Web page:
Shanghai expands blacklist to incorporate stricter penalties
The blacklist scheme, which was introduced in 2013 to include using false information and fake documents to obtain a license, using excessive food additives, and using non-food materials for food production, will now be broader in scope and adopt stricter penalties.
Under the new regulations, violators will face stricter inspections, heightened public exposure and tougher bureaucracy. This will be done by reducing access to credit and reducing the availability of land-use permits, according to the Shanghai Food and Drug Administration.
“In addition to expanding the blacklist, the authority will increase the frequency of spot checks and monitor consumer comments about restaurants on websites,” said Yan Zuqiang, director of Shanghai FDA.
“Poor performers will be inspected more frequently and thoroughly, while those who perform well will be used as role models for promotion.”
By the end of last year, Shanghai FDA released 16 blacklists to name and shame 31 companies and 65 individuals in the food and drug industries.
Shanghai officials said that they have been drafting new food safety regulations and welcomed public input.
“The draft of the new regulations is now accessible to the public on our website and WeChat account until April 20,” Yan said.
“The regulations, expected to take effect in May, will allow us to create an effective farm-to-table monitoring network.”
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Vitamin A prices set to continue upwards
After more than a year-long slump, China’s important vitamin A market is finally starting to rebound, with prices expected to continue to grow until the second-half 2016, according to market analyst CCM.
“The vitamin A price may keep increasing,” said Shi Xuejian, chief editor of Vitamin China News. “In fact, the rising price is mainly due to tight supply and price rises instigated by producers and dealers.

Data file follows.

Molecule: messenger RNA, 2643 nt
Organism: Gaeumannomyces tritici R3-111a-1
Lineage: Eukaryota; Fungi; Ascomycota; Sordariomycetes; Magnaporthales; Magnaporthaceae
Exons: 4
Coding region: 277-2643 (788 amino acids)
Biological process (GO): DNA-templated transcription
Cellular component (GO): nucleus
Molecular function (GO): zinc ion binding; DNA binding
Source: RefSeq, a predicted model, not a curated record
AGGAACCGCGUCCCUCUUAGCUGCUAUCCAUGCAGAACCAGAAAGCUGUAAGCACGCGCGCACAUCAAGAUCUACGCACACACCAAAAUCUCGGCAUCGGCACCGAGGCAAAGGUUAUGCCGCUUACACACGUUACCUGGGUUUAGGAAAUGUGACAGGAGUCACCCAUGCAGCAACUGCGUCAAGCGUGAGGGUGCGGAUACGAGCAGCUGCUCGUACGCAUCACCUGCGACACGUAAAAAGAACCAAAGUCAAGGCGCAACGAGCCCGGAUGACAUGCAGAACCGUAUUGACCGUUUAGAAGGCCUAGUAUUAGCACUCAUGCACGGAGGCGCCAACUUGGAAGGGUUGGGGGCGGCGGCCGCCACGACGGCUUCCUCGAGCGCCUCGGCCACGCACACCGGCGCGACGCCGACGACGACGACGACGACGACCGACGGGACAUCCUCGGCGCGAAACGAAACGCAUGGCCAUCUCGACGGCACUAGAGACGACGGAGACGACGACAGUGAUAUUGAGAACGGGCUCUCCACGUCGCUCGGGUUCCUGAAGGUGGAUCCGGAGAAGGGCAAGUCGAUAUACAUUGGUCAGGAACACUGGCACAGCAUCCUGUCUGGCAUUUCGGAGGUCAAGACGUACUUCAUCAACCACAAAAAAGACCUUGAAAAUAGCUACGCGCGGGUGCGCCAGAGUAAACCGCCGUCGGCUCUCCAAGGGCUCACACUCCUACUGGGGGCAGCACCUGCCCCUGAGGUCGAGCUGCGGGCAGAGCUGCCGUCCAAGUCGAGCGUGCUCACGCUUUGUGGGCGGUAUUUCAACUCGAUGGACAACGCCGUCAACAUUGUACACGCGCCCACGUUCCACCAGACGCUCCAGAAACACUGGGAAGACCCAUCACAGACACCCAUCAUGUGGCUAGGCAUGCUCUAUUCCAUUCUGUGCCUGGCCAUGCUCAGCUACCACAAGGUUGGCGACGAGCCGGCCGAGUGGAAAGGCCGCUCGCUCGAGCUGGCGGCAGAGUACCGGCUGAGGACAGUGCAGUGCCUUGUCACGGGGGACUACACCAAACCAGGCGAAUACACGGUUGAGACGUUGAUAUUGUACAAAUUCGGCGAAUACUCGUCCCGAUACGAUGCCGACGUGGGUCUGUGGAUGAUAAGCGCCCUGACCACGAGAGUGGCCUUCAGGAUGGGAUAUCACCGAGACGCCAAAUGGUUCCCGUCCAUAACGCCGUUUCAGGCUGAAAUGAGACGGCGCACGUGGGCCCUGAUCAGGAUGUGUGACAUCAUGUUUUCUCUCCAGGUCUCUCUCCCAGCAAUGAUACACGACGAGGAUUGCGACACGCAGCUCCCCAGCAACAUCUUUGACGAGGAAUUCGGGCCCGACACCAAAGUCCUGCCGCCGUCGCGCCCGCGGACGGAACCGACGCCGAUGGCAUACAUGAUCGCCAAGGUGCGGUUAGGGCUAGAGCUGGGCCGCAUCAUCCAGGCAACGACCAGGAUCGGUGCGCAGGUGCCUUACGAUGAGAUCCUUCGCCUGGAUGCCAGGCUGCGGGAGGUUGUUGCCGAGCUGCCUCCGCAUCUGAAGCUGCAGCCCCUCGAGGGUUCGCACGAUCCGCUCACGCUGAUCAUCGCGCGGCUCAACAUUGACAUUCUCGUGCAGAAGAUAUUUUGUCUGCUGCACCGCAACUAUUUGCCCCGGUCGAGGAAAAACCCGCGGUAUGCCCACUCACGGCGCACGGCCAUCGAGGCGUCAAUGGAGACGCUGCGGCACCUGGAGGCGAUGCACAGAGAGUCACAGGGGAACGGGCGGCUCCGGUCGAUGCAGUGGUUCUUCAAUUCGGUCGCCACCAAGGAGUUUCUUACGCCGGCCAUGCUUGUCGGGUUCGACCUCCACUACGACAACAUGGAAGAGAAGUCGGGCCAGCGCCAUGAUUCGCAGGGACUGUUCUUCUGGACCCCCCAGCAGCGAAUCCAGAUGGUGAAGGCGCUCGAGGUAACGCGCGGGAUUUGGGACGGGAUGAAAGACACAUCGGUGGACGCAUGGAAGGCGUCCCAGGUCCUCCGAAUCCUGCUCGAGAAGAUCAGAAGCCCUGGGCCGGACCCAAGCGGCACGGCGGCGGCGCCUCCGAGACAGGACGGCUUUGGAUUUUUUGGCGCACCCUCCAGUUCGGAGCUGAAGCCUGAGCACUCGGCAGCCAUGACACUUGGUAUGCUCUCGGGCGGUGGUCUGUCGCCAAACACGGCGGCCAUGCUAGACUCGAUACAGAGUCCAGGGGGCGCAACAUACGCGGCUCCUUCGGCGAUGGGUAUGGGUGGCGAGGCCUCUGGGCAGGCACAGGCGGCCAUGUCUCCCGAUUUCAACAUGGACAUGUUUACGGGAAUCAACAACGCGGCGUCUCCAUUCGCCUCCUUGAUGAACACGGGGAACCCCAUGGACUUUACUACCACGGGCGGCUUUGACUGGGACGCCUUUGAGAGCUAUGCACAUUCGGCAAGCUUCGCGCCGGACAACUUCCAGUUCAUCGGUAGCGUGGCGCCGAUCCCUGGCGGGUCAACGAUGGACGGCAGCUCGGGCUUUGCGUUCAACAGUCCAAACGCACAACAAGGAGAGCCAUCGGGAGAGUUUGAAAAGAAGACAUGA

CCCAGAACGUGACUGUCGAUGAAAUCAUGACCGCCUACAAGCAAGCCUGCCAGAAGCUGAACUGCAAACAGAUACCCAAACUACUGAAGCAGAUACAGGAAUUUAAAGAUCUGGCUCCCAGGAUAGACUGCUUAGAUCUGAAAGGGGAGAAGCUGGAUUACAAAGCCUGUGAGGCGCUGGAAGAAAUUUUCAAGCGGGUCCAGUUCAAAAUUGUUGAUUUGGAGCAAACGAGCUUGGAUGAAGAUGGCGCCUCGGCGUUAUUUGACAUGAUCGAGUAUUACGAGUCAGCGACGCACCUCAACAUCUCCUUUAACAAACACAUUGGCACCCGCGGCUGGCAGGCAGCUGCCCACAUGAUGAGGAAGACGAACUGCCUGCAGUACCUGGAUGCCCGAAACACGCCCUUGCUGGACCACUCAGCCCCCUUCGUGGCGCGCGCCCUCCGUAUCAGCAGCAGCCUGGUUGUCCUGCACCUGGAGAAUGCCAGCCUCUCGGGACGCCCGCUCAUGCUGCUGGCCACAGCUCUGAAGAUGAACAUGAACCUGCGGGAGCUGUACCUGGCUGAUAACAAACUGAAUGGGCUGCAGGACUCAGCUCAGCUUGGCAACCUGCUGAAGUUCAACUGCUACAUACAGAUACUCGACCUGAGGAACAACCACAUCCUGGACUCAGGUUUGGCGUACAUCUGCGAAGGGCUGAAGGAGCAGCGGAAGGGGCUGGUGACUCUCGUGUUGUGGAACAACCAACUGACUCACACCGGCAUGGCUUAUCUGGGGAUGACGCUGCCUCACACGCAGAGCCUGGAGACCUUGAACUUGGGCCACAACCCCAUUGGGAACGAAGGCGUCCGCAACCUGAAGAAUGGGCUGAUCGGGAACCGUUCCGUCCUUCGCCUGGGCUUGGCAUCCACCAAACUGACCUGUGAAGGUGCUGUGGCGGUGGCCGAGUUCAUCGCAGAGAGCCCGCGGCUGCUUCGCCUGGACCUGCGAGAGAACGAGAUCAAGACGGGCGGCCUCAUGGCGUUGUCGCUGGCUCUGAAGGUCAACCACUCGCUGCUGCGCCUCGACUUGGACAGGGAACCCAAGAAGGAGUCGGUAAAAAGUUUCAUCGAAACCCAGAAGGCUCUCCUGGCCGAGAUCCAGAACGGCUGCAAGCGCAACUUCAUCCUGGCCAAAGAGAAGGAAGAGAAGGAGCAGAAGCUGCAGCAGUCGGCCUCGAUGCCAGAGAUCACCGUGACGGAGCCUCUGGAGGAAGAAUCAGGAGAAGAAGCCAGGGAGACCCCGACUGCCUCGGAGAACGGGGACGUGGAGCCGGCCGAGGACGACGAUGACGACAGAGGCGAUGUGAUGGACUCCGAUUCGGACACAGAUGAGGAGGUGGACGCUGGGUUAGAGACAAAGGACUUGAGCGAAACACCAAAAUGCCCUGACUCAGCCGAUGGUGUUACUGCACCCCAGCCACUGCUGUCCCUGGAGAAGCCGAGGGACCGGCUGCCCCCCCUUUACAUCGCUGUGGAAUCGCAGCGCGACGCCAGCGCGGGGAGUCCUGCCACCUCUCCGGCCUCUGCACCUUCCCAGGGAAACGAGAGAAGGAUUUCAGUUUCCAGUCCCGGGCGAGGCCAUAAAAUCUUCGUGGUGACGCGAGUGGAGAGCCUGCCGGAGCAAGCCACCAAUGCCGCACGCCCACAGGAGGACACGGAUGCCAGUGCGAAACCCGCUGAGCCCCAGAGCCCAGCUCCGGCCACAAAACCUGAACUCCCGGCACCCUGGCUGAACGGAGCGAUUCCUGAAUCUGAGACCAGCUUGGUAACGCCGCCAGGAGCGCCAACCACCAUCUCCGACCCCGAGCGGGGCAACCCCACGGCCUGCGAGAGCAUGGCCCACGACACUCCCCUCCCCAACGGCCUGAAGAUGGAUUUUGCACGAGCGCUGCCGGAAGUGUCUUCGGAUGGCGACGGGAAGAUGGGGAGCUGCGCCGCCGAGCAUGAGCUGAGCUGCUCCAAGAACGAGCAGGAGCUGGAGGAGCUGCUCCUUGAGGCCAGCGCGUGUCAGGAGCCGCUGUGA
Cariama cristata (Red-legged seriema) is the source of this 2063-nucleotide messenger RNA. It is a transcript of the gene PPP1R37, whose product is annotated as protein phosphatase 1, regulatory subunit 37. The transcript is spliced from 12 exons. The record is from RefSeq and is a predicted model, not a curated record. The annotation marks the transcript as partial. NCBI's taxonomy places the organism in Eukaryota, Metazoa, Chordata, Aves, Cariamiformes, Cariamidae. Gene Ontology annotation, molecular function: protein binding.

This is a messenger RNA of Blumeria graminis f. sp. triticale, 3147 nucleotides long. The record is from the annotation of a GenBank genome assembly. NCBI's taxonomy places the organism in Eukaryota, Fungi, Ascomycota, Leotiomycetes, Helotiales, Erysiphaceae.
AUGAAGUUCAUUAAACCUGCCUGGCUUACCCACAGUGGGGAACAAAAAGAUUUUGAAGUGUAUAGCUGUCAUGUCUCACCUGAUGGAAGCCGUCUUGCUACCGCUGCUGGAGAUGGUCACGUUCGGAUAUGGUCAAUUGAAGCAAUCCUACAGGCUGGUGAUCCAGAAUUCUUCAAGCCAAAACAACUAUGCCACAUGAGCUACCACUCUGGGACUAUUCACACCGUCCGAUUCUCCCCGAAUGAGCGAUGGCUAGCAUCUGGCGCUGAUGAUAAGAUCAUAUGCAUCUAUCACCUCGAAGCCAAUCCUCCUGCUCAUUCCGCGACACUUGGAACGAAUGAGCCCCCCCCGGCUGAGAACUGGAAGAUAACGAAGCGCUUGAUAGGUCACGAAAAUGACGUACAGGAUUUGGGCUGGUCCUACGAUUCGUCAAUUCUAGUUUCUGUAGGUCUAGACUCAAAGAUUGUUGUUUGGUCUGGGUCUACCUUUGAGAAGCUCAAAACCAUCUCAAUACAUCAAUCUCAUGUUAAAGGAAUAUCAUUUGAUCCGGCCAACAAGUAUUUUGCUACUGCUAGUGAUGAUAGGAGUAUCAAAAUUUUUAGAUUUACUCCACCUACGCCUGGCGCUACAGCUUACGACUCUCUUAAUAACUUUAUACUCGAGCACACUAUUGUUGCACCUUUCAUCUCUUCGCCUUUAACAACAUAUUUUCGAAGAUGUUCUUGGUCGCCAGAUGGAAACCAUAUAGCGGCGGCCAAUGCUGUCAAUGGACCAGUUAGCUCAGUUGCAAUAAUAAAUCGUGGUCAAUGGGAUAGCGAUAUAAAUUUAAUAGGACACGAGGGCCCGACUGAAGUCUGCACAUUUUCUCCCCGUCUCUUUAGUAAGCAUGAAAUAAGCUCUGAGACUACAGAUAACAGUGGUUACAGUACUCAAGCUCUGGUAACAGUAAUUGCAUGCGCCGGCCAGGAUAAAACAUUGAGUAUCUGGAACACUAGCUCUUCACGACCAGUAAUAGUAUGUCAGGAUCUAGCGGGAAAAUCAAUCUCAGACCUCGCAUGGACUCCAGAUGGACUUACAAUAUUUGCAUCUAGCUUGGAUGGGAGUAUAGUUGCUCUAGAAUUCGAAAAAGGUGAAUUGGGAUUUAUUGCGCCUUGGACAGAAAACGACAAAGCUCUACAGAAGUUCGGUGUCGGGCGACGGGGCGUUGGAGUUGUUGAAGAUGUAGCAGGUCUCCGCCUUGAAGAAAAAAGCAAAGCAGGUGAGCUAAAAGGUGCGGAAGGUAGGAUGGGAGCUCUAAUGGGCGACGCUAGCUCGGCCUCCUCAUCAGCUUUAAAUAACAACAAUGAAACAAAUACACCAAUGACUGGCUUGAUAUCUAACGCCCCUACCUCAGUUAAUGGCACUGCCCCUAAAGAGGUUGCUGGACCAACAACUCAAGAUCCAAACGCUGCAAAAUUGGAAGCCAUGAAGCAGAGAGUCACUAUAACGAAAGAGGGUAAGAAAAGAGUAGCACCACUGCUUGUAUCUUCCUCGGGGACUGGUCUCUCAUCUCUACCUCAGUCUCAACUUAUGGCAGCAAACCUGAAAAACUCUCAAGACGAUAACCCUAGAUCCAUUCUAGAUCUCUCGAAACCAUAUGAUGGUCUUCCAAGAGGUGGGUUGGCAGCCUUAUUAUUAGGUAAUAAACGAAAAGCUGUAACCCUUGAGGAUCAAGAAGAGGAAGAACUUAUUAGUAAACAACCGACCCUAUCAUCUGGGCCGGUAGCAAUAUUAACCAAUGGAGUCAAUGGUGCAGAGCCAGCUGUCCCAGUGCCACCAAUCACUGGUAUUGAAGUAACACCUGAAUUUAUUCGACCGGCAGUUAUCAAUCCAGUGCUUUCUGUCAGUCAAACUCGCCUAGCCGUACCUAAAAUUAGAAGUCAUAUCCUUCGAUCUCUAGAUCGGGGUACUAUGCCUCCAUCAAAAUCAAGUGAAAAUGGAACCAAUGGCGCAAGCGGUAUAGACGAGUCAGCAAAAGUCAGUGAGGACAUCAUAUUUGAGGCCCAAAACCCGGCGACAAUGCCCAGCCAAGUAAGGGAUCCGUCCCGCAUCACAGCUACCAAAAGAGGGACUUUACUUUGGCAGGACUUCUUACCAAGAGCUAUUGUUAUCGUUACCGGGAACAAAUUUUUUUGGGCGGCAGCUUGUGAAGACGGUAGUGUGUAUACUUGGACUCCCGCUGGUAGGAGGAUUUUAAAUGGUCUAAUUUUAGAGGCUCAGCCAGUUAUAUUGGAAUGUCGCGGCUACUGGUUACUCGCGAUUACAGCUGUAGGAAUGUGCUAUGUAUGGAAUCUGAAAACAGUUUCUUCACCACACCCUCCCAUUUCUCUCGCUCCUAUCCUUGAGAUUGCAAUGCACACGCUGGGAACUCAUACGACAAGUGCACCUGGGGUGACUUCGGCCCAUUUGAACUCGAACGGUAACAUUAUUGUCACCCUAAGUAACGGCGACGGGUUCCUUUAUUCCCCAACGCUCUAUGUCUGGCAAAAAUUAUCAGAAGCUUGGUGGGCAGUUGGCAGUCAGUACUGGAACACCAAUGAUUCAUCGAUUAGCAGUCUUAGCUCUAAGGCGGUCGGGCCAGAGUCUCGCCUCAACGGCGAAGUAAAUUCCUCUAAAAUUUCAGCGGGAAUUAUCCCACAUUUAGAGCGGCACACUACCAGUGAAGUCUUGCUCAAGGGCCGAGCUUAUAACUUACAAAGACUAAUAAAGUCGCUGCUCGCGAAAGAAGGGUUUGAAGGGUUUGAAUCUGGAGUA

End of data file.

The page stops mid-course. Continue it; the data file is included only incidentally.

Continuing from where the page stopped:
“Also, the booming downstream farming industry and the domination of production by a few giant players help the price keep rising in some way.”
Prices began to grow last December when Royal DSM, a giant global player in the vitamin industry, suspended vitamin A production to perform maintenance to a factory in Switzerland. This shut-down subsequently led to a reduction in the supply of the vitamin globally, with production stalled until February this year.
This reduced availability was exacerbated by the short supply of citral, a key intermediate of synthetic vitamin A. At the end of 2015, BASF’s citral factory in Malaysia, a leading supplier which accounts for more than 60% of global supply, failed to begin production as scheduled.
Taking advantage of DSM’s production suspension, successive vitamin A producers, including Zhejiang NHU, Zhejiang Medicine and BASF, have raised their prices.
“These measures pushed up the domestic market price of vitamin A, which has continued to rise,” said Shi, “And driven by profit, dealers also raised the price of the vitamin.”
“Currently, dealers are increasing their purchasing amount of vitamin A to stock up. They tend to sell the products at a very high price so as to gain huge profit,” said one sales manager from NHU who was not willing to reveal his name.
With large-scale live pig farming developing rapidly in China, demand from the feed industry is expected to steadily drive up demand for vitamin A.
At present, 70% of this demand comes from the downstream feed industry, though the cost of vitamin A only accounts for around 1% of feed production expenses, suggesting that increasing vitamin prices will have little effect on the cost of feed.
Vitamin A usually has a short shelf-life which does not allow for feed producers to preserve their stock for long periods of time. After China’s 2016 Spring Festival, the domestic feed industry has ushered in a peak period for stocking the vitamin, and as demand increases, its price is expected to continue its rise.